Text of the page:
ESCONDIDO — The Climate Action Plan (CAP), a centerpiece of California’s city-by-city plan to stave off the impacts of climate change, received a warm welcome by the newly seated Escondido City Council at its Jan. 16 meeting.
The City Council had tabled any further public discussion of the CAP at its Nov. 28 meeting, resolving to discuss the issue again once both Mayor Paul McNamara and Deputy Mayor Consuelo Martinez took their seats, tipping the balance of the City Council to a 3-2 liberal majority.
In California, every city must have a CAP as dictated by the 2006 California Global Warming Solutions Act.
Since 2018, the city of Escondido has unfurled both a public outreach and carbon emissions inventory to plan how it can comply with the state’s landmark climate law for its updated CAP.
After listening to a public presentation about the CAP by Assistant Planning Director Mike Strong and taking public comments, McNamara said that he supports a “climate action revolution.” He shared his overarching philosophy on potential achievable actions in Escondido.
“Some people think economic growth is somehow in conflict with environmental awareness … and I think we can do both,” McNamara said. “Let’s get out of our comfort zone and be bold.”
One conservative councilman said he supports also taking action on the issue from a clear air perspective.
“We have seen great changes … with the implementation of laws to help force reduction of emissions … and it’s worked,” Councilman Mike Morasco said. “Anything we can do to improve our health and well-being by reducing emissions and the like makes sense. That is the direction we should go.”
Councilman John Masson, the other conservative council member, also spoke about climate change from an air-quality perspective. But he expressed caution and did not offer full-throated support.
“Anything we can do to improve air quality is a good thing,” Masson said. “What I want to do is understand the economic benefits, the costs associated with whatever we do, the burdens that are placed on homeowners or business or future housing developers … So, I think everything that was discussed tonight is very worthy of exploring or potentially implementing. I just need to understand how that works and what those implications are as that happens and I want (to know) the true cost of whatever we’re doing.”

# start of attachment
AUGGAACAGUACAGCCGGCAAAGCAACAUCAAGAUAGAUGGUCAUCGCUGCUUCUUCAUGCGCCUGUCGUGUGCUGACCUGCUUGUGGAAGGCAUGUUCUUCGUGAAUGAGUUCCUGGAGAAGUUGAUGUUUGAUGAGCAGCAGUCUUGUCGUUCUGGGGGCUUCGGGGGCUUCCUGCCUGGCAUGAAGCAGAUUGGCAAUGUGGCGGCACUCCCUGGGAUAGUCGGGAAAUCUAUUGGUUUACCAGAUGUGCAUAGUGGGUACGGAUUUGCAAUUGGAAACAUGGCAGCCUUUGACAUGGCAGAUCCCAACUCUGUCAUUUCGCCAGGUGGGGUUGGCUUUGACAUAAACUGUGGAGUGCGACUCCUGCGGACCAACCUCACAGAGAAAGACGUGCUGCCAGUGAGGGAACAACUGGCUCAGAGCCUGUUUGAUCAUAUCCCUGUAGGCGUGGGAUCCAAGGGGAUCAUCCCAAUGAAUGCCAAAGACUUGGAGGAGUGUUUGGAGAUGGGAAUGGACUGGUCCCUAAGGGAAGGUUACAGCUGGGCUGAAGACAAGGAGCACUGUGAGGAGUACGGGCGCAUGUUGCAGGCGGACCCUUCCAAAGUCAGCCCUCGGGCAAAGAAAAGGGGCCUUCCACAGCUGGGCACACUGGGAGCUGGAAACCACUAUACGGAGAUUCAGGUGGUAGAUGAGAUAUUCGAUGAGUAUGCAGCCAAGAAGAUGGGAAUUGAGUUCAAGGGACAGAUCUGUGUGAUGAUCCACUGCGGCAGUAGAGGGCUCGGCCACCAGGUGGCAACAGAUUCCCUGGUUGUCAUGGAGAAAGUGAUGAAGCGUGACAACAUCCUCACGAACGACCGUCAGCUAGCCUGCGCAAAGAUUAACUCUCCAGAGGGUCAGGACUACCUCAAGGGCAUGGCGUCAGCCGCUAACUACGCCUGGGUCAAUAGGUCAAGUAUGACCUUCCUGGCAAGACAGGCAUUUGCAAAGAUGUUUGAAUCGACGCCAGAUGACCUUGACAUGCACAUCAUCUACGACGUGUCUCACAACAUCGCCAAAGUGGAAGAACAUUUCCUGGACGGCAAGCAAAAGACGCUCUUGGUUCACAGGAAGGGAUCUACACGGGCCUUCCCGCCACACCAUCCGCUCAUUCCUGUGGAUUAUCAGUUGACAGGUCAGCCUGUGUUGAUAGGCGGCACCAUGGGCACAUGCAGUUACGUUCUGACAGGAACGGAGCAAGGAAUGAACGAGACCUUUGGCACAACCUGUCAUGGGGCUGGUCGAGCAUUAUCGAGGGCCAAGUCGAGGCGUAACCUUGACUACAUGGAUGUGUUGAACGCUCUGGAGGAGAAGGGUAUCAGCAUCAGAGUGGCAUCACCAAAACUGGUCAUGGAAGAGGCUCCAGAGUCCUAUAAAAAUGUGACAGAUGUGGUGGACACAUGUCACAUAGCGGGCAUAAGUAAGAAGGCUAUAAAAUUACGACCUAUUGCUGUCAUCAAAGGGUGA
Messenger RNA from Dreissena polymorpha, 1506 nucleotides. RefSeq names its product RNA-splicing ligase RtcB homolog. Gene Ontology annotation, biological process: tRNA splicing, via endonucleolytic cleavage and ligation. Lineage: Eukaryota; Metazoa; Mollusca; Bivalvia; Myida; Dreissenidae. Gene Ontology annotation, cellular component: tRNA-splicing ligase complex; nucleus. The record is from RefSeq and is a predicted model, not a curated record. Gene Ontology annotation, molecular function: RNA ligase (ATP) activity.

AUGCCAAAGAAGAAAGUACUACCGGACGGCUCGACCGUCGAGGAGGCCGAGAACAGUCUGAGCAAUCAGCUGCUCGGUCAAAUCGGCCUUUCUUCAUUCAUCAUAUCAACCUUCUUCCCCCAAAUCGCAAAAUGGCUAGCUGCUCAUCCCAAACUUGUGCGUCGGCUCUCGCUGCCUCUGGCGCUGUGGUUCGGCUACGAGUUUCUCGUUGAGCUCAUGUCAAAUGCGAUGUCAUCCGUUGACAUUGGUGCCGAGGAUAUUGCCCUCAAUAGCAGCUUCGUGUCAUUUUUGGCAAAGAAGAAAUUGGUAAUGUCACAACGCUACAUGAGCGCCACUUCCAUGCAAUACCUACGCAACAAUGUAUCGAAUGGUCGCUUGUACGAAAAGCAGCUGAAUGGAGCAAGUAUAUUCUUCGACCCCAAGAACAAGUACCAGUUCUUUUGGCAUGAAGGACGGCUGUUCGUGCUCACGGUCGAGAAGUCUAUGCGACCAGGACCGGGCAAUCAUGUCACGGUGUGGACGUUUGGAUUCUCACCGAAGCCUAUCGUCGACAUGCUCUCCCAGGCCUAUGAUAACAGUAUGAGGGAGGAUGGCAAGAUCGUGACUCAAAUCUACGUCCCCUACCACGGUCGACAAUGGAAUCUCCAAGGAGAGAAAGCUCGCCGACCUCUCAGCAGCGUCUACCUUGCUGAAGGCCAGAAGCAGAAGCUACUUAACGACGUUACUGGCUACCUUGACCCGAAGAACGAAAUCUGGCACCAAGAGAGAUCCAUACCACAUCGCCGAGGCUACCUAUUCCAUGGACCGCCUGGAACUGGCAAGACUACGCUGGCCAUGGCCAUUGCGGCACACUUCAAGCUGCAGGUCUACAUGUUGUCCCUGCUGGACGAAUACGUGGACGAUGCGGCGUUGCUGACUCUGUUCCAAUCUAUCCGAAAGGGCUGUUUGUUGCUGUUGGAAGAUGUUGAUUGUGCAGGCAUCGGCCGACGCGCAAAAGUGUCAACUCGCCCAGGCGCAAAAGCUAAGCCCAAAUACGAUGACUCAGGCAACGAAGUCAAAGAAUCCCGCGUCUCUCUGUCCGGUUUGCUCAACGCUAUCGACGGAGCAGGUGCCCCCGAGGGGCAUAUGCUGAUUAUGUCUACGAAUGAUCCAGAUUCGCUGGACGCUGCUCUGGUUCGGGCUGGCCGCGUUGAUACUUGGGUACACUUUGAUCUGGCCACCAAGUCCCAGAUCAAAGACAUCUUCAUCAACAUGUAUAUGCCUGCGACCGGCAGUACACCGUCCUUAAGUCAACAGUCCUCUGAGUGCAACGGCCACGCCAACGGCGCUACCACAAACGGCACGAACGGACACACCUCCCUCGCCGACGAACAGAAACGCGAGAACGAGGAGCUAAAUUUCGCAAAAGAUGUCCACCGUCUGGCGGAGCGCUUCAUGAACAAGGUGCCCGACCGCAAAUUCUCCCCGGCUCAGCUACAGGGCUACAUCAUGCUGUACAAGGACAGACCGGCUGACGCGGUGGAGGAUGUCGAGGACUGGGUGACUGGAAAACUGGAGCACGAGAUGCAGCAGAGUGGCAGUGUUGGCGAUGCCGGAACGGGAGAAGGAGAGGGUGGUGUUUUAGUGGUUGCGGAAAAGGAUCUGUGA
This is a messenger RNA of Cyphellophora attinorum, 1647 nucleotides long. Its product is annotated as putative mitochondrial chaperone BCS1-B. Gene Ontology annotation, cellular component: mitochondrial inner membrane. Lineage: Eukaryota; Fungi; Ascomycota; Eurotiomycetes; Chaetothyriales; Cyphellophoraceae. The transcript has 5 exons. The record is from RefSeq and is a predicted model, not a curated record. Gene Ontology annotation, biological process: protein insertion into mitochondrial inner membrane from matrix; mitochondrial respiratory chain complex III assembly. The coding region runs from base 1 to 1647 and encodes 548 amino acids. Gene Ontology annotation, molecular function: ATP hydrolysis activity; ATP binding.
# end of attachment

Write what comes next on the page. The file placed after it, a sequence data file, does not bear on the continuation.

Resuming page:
Masson also said that he believes that environmental impacts of scaling up renewable energy deserve close examination before obtaining regulatory permits.
“I spend a lot of time out in the desert and what I see is that my desert’s turning into a wind farm,” he said. “I’ve seen it turn into solar farms, with these vast solar arrays out in the middle of the desert where we used to spend lots of time camping with family. It’s all taken up with these massive solar farms that have got to be producing heat.
“The big windmills that are spewed through our mountains and through our desert landscape, those are an eyesore when drive out there and go camping,” Masson continued. “So, I really think we need to balance what we’re doing to our deserts and what we’re doing to other parts of our communities with the benefit of actually creating change in sustainability going forward.”
Attendees at the meeting remarked that the new majority appears likely to approach tackling climate change in the city amicably.
“It was kind of like an episode from the ‘Twilight Zone,” said Marian Sedio, an activist who works with the group North County Climate Change Alliance and who spoke at the meeting. After the dozen or so members of the public gave comments, she further noted, “the input from the mayor and council members was really positive. Things have gone from a ‘do only what you have to,’ to ‘do everything you can.’”
Indeed, the North County Sierra Club — which rallied its membership to come to the meeting — called what happened at the meeting nothing short of a “climate action revolution” in quoting McNamara in a press release.
“Moving from ‘bare minimum’ to ‘the best one ever’, a new era is ushered in on climate commitment,” stated the Sierra Club in its press release published the day after the meeting. “In a stunning reversal on how the city of Escondido will address climate change, the new Mayor and Escondido City Council members demonstrated that the city is entering a new era of innovation, community involvement, vision, sensible, and long-term decision-making.”
The Sierra Club has called for its membership base to send thank you emails to the new iteration of the Escondido City Council for its apparent support for taking strong action on climate change.
Stacking onto the praise from climate advocacy groups, Sophie Wolfram — director of programs for the San Diego-based Climate Action Campaign, which supports CAP throughout San Diego County — also called what ensued a “stunning shift” in tone.
It “shows that the region is ready for 100-percent clean energy, and if the council can hold the line on sprawl development it will be a huge deal,” said Wolfram, who also testified at the meeting.
Steve Horn is a San Diego, CA-based reporter covering Escondido and San Marcos. He works in a full-time capacity for The Real News Network, an online broadcast news ouetlet, covering climate change. He has worked as a staff investigative reporter for the publications Prison Legal News and Criminal Legal News and as an investigative reporter for the climate news website DeSmog.com.
A native of Wisconsin and graduate of University of Wisconsin, Steve is a competitive distance runner, with a personal best time in the marathon of 2:43:04 and nine marathons under his belt. He also has served on the film screening committee for the San Diego International Film Festival.